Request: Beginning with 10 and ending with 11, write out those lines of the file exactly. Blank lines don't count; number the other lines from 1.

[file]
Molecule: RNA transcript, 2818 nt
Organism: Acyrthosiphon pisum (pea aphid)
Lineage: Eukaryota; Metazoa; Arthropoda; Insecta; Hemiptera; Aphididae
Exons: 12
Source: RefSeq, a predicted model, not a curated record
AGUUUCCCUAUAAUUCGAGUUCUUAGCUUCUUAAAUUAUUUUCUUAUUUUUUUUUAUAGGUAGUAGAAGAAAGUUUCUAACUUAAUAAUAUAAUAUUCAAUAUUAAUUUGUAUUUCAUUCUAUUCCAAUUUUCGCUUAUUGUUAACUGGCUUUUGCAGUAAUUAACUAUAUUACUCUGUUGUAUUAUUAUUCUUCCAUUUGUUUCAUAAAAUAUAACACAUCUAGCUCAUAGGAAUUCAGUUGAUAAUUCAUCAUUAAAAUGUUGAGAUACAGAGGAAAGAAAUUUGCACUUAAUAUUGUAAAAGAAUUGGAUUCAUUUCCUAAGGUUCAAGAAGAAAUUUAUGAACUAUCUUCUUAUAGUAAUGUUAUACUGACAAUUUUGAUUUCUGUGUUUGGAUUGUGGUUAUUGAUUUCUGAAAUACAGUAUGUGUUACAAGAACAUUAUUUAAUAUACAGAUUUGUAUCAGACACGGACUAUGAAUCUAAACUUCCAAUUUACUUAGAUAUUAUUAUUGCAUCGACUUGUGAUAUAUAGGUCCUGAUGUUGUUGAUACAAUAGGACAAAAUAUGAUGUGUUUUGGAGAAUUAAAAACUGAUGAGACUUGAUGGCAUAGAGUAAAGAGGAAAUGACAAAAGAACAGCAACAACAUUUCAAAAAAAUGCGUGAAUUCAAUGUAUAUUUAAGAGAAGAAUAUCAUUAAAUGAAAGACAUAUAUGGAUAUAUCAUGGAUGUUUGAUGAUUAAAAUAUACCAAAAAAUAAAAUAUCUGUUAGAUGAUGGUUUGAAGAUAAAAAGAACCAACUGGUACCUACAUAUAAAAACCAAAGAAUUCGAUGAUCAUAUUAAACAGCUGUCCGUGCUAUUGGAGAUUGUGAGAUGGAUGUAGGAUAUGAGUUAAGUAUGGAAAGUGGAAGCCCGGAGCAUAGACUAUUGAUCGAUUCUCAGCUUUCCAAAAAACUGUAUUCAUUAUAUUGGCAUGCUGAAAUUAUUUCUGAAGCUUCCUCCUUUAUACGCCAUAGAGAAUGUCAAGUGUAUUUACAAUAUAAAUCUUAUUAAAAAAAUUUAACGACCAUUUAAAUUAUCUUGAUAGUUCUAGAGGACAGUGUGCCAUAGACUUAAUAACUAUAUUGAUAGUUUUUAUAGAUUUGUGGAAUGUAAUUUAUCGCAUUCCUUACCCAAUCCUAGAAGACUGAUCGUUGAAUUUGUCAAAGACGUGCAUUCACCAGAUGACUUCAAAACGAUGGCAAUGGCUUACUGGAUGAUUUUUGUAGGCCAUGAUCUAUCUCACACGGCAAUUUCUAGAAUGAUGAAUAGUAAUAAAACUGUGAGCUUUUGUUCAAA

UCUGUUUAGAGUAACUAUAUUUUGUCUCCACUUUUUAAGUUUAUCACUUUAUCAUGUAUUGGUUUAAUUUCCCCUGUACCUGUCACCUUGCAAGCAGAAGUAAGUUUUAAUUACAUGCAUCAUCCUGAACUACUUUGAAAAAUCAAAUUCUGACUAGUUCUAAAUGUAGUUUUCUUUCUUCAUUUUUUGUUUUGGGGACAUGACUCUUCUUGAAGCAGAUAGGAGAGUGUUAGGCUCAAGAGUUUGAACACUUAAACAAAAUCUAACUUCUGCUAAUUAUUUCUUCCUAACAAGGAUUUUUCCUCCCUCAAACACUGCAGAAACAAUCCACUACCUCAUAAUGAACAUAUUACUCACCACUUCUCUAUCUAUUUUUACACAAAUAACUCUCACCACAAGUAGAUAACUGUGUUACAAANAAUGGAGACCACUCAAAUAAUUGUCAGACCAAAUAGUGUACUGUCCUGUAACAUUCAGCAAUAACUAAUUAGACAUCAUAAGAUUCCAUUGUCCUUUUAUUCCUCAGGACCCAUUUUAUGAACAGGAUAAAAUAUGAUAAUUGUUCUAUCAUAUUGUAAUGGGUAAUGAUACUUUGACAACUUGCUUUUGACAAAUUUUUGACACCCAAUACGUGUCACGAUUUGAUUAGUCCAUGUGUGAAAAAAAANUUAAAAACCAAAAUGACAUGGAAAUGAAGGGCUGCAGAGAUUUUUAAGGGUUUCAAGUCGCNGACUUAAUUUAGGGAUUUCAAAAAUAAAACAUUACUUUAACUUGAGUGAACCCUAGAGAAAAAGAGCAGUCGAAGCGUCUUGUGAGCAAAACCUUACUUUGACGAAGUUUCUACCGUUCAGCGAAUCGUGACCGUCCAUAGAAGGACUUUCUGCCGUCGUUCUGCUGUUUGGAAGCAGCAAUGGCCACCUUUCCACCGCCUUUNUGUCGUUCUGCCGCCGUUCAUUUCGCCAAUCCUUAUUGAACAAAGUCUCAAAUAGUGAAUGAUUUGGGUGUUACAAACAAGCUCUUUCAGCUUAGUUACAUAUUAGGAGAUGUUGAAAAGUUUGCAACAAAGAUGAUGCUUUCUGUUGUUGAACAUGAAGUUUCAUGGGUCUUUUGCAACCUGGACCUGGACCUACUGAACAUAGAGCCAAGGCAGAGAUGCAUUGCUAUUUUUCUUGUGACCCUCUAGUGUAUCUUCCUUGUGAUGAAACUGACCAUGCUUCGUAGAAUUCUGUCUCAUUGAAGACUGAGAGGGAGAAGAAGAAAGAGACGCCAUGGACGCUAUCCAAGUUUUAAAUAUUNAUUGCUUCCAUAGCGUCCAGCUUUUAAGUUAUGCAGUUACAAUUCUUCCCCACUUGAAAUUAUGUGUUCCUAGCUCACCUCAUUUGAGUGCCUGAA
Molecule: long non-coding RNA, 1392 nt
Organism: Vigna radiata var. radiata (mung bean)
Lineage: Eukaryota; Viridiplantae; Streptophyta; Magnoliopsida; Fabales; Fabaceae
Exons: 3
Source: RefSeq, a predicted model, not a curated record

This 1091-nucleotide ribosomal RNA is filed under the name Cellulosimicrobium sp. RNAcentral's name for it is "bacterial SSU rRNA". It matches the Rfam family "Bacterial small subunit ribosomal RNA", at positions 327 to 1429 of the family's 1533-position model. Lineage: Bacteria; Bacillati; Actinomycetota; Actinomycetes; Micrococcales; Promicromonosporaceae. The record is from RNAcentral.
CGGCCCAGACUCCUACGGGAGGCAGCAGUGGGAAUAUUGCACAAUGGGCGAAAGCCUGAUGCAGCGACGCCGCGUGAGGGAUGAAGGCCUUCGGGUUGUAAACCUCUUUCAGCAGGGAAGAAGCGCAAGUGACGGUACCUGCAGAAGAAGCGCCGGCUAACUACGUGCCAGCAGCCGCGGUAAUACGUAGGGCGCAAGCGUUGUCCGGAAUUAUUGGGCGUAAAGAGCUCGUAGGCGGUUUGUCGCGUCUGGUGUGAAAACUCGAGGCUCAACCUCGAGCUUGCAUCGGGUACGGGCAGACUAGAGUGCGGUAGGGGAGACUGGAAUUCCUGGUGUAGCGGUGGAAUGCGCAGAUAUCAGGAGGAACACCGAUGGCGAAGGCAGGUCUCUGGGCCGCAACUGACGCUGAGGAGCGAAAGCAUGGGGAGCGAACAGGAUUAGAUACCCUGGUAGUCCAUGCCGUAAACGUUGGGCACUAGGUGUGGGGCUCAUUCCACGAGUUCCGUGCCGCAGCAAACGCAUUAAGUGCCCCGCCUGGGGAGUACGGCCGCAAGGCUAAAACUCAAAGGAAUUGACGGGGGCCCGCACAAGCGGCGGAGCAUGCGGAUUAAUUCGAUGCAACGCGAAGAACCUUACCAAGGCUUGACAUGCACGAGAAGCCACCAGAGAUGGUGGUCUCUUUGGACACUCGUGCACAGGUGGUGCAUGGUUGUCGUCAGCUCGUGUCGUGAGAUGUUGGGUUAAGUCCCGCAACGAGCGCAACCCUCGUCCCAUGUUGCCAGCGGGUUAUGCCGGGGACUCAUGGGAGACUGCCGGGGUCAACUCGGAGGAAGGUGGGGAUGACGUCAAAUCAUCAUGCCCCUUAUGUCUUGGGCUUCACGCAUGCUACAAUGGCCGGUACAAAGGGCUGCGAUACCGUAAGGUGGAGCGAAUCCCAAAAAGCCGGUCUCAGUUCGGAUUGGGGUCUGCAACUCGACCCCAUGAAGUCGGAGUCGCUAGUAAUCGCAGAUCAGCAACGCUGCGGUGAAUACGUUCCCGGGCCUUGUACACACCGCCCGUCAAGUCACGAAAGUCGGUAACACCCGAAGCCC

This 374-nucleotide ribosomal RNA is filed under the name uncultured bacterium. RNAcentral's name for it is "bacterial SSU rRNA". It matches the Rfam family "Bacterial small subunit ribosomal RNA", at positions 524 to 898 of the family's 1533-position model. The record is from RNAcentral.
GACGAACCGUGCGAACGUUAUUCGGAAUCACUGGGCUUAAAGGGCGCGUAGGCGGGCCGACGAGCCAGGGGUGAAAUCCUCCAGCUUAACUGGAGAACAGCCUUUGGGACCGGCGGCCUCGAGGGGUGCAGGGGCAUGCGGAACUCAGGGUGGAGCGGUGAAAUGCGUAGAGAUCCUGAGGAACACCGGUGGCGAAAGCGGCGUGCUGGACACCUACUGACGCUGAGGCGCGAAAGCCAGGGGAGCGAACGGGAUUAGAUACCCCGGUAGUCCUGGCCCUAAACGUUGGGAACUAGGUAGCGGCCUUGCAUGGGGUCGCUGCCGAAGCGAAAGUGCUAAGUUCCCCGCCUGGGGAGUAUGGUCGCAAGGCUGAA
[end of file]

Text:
Lineage: Eukaryota; Viridiplantae; Streptophyta; Magnoliopsida; Fabales; Fabaceae
Exons: 3